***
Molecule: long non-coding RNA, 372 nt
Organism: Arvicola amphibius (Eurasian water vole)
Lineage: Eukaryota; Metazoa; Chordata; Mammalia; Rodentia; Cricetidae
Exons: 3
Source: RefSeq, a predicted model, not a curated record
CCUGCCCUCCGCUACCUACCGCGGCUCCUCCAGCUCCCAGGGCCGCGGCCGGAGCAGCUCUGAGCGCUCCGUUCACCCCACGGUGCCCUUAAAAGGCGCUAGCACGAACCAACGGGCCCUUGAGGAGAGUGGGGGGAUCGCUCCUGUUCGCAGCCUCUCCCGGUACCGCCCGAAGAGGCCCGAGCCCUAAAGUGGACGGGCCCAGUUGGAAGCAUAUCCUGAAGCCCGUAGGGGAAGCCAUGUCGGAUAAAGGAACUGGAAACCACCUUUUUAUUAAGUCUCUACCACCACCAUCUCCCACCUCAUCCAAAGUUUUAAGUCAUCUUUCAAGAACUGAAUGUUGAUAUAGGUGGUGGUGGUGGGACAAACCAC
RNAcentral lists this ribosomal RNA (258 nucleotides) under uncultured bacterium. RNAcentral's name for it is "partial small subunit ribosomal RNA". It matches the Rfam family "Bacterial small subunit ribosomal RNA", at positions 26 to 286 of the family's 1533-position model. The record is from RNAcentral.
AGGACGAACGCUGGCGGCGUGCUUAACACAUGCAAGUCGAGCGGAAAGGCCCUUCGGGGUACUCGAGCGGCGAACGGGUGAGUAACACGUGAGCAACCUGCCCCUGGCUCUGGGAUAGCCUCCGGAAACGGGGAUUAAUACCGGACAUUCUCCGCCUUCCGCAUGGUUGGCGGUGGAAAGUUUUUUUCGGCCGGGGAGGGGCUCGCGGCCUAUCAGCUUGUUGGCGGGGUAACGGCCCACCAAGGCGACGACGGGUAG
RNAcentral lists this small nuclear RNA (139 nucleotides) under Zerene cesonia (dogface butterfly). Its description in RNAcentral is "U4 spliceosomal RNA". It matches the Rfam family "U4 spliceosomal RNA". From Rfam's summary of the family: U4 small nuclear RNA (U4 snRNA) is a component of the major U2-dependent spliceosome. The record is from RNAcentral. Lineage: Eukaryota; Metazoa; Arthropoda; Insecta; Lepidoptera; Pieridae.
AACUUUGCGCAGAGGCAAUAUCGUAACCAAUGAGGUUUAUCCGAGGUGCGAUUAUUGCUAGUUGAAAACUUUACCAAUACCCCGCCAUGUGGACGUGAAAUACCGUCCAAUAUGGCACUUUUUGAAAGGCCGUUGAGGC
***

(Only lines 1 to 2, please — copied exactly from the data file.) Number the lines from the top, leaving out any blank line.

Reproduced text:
Molecule: long non-coding RNA, 372 nt
Organism: Arvicola amphibius (Eurasian water vole)